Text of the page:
Most innovative storefront/entrance system

LAUSD High School # 9 >> Enclos Corp.
September 28, 2009
: AWARDS, PROJECTS

LA Central High School #9, the new flagship campus of the Los Angeles Unified School District, highlights its emphasis on visual and performing arts with a 1,000-seat theater that features a prominent, street-front public entrance of a protruding glass and metal façade.

“The theater entrance to the campus is sited right along one of Los Angeles’ main thoroughfares, providing a dramatic street-level focus to the campus and grand entrance to the theater,” says Mic Patterson, director of strategic development for Enclos Corp., Eagan, Minn., the entrance system designer, fabricator and installer.

The Enclos design team worked closely with the architect to develop a unique yet economical design. The glass façade is faceted into a progression of angular planes that enclose and provide entry into the theater lobby, and 13 unique faces span the lobby at different angles and slopes.

While the entrance was geometrically complex, the design phase went fairly smoothly for the Enclos team. Designs were made from 3-D model geometries rather than conventional drawings, requiring a symbiotic relationship between Enclos Corp. and the architecture team.
“Fabrication and installation were more challenging, especially installation,” Patterson says. “The structural systems are layered, with primary and secondary structural systems by others [mainly Maya Steel, Los Angeles, the structural steel provider]. Our system involved a third level of steel framing that supported an aluminum framing system that held the glass.

System tolerances were thus a concern all the way through the process, and anticipating the required field tolerances at the design stage was problematic.

“The ‘nose cone,’ as it came to be called, ended up requiring a construction mockup based on actual field dimensions, which was used as a template to build the final production piece. There was thus a high level of craftsmanship required in the fabrication and erection of the system,” Patterson says.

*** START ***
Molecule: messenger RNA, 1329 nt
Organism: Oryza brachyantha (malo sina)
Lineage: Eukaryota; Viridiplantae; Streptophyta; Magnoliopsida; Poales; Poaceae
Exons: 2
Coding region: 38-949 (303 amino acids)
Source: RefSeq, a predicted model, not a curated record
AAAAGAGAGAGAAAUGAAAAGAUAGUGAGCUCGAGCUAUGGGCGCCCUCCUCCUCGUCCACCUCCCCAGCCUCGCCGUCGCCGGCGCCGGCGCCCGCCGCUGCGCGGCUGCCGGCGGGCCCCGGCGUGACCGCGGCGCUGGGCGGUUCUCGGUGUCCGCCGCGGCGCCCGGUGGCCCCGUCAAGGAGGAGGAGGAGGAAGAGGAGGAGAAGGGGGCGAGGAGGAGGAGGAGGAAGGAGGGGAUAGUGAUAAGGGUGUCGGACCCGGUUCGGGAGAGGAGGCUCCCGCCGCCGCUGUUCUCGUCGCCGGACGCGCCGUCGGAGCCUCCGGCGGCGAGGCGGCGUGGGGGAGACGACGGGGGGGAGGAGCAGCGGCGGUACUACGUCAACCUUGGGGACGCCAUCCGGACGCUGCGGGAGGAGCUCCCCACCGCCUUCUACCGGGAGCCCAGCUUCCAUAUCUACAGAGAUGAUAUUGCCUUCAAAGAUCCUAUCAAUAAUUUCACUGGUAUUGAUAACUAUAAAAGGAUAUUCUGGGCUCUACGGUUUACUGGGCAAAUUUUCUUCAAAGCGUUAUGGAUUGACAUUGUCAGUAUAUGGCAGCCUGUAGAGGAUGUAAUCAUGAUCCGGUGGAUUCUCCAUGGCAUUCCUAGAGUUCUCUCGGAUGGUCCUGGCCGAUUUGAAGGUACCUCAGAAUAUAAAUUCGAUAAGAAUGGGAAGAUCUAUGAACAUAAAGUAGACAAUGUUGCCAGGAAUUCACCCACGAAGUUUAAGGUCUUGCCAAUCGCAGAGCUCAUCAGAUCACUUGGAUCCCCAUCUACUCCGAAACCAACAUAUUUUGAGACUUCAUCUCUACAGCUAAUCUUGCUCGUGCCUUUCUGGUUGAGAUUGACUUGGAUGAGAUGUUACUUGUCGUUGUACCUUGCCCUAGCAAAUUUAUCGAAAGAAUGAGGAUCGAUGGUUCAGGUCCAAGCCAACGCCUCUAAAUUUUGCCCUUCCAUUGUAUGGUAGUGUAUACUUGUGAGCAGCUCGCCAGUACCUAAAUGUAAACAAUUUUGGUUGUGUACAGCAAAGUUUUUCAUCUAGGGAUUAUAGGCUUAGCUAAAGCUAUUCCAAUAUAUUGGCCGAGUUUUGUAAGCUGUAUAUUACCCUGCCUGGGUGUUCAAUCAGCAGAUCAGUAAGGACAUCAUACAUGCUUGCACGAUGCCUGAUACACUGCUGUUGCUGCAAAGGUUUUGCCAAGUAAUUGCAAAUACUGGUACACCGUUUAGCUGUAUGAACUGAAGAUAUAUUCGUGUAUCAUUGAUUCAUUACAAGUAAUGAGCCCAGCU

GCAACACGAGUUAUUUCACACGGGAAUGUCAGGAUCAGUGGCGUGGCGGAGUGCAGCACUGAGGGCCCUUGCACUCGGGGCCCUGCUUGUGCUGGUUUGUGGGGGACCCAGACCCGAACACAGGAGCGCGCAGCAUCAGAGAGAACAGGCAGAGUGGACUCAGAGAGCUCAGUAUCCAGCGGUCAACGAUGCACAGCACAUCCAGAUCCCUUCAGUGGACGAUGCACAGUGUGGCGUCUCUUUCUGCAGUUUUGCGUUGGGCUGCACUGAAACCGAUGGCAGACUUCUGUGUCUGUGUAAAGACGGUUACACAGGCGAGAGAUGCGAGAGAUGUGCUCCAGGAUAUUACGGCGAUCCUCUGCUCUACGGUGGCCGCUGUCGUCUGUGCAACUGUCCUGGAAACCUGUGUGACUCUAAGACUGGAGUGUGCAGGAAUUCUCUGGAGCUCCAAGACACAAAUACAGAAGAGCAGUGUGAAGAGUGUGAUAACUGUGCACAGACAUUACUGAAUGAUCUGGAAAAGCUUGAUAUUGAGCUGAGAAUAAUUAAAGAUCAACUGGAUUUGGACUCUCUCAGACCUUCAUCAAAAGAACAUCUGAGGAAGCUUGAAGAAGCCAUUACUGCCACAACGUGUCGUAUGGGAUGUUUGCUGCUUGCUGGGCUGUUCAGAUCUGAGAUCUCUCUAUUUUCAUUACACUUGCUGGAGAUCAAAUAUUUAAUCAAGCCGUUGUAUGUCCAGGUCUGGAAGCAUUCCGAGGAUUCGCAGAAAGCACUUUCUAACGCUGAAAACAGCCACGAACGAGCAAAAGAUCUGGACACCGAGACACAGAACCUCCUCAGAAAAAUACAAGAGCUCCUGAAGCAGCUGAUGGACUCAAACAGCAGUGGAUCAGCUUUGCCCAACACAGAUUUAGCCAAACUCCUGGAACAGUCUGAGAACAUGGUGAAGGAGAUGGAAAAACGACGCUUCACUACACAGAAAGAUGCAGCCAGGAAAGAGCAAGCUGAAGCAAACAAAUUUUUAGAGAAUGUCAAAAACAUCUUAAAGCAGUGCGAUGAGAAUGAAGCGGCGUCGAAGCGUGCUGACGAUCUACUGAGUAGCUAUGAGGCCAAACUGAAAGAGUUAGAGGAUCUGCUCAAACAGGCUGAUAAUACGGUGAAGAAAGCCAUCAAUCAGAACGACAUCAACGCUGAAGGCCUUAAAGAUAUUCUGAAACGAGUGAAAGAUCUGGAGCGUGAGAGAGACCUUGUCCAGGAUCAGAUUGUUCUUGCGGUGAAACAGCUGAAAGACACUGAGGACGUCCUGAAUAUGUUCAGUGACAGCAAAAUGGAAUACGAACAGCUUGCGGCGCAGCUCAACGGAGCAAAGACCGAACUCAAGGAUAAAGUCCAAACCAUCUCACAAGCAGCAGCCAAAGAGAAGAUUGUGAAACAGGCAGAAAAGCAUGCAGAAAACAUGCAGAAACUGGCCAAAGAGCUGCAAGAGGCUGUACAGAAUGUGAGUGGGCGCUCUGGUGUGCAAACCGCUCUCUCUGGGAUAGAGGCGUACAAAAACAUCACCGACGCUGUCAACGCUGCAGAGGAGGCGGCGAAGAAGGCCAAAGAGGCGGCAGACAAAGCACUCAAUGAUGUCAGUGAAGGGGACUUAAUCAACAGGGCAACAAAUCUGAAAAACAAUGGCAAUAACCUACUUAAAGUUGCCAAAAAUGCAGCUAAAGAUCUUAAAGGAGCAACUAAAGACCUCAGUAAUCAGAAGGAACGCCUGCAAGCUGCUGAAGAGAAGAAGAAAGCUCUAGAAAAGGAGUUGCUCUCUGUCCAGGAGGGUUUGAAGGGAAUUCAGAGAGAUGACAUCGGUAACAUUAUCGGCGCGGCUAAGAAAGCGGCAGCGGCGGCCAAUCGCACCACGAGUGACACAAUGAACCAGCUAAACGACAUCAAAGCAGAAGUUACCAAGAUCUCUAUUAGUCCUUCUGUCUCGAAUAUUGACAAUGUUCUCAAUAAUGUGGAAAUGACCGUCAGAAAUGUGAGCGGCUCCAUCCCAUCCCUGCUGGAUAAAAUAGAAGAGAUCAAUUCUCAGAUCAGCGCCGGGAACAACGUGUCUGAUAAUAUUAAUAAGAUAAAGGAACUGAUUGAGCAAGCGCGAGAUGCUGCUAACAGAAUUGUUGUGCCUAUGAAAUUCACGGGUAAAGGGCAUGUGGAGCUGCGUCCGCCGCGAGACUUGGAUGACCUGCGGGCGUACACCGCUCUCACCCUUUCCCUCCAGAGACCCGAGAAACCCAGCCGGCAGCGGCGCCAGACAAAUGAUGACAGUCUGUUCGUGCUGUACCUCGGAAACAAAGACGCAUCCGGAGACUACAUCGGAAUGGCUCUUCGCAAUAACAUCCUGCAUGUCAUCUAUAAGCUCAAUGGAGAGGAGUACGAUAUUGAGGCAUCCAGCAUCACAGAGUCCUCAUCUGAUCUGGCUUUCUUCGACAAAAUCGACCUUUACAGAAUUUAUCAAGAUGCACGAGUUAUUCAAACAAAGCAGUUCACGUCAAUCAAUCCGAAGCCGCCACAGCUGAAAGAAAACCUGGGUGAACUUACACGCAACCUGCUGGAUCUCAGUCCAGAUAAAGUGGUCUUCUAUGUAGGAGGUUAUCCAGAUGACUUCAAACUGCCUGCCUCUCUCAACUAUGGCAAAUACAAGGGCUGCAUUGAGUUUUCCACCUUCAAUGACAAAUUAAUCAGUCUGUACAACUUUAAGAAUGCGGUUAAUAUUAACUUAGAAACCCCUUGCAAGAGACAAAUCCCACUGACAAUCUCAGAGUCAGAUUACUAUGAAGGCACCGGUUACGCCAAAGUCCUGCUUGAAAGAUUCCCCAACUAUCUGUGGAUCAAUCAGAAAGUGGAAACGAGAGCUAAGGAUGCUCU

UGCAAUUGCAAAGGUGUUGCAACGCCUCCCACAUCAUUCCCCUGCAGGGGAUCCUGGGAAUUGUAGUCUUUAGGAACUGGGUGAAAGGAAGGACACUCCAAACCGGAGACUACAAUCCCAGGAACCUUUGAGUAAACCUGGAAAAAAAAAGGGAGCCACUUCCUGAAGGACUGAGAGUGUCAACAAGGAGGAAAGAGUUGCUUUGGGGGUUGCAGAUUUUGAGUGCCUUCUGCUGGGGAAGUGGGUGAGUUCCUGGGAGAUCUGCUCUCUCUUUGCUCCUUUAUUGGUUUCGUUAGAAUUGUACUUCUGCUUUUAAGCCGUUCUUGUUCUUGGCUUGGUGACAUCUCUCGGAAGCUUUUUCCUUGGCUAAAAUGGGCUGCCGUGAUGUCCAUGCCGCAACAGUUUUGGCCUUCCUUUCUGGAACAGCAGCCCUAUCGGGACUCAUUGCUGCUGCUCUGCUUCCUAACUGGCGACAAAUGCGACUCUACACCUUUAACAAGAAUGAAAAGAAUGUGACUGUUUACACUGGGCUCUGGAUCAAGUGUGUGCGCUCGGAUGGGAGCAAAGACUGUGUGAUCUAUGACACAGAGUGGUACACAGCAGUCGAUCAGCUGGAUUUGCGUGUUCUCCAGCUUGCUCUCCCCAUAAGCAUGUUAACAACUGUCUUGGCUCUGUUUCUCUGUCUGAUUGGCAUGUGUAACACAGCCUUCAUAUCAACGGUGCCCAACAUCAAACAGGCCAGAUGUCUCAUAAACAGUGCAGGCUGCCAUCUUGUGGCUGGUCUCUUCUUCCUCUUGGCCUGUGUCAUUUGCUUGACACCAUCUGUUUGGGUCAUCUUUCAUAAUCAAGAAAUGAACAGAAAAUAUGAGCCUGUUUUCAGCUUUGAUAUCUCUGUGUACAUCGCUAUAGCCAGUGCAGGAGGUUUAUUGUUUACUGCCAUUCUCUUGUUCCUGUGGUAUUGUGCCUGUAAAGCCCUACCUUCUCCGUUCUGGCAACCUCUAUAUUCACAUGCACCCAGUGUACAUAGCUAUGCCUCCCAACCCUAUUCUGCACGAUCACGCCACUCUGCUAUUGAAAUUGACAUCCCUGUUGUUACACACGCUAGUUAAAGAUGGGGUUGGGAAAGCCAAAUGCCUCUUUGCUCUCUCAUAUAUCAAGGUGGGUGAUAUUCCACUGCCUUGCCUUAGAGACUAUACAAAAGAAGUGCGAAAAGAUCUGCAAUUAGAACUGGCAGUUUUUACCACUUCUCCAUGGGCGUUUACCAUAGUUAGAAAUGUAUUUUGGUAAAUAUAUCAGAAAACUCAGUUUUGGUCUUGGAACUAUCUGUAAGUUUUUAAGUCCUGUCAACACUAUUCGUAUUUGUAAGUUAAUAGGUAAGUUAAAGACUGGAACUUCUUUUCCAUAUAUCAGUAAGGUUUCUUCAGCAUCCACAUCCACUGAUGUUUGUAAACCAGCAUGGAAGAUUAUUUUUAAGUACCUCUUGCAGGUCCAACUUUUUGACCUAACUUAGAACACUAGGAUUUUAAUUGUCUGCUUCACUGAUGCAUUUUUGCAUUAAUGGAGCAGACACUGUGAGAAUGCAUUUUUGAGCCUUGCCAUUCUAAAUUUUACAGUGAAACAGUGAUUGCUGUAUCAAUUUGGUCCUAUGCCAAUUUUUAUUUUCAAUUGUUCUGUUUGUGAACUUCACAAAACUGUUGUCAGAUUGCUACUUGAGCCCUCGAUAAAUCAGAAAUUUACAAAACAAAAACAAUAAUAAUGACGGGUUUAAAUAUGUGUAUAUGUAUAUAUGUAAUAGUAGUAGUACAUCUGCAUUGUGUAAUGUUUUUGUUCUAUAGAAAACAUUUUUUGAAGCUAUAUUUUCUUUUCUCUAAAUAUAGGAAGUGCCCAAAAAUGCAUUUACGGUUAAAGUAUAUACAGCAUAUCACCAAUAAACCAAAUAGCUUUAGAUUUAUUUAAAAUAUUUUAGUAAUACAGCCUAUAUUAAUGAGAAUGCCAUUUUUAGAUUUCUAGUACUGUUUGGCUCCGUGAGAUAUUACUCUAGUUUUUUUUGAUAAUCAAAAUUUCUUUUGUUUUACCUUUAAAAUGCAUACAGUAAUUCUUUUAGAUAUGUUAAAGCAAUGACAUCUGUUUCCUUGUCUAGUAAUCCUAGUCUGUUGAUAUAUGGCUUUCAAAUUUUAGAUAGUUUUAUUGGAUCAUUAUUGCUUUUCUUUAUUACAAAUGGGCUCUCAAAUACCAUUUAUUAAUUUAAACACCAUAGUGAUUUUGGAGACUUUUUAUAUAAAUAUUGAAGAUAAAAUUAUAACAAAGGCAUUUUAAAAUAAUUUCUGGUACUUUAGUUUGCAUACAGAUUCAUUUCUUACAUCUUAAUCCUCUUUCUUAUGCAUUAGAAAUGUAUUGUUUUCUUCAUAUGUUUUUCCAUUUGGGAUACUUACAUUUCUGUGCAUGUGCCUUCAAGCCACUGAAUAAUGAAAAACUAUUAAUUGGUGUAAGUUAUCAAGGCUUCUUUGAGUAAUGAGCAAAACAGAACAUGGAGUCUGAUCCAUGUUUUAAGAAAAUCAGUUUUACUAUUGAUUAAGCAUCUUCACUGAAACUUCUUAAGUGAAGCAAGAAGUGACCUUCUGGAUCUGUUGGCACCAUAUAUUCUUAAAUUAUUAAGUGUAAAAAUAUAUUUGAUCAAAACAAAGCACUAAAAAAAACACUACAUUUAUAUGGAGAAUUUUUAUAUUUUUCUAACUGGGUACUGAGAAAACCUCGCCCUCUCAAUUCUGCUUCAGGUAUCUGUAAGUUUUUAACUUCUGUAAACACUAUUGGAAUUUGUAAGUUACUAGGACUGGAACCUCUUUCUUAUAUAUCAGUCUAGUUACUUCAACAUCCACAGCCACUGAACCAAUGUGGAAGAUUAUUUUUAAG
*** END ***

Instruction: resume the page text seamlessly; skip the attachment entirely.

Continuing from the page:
The glass-fixing system was designed around an off-the-shelf sloped glazing system from Kawneer Co., Norcross, Ga., capable of economically accommodating the façade’s negative slopes. An architecturally exposed structural steel (AESS) backer system was then designed to support the Kawneer system.

“Installation was further complicated by the logistical requirements for handling such large pieces of glass on a highly constrained site, and the fact that the entire system had to be erected using man lifts exclusively. The geometry of the structure effectively precluded the use of scaffolding to facilitate installation, with the form of the structure blocking access,” Patterson says.

The custom entry façade comprises 5,600 square feet of sloped glazing and 313 feet of skylight glazing. The system features laminated glass from Glaspro, Santa Fe Springs, Calif., that consists of two lites of ¼-inch low-iron glass sandwiching a .060-inch PVB interlayer.
Coop Himmelblau, Australia, was the architect, and HMC, Los Angeles, the executive architect. PCL Construction Services Inc., with a location in Los Angeles, served as the general contractor.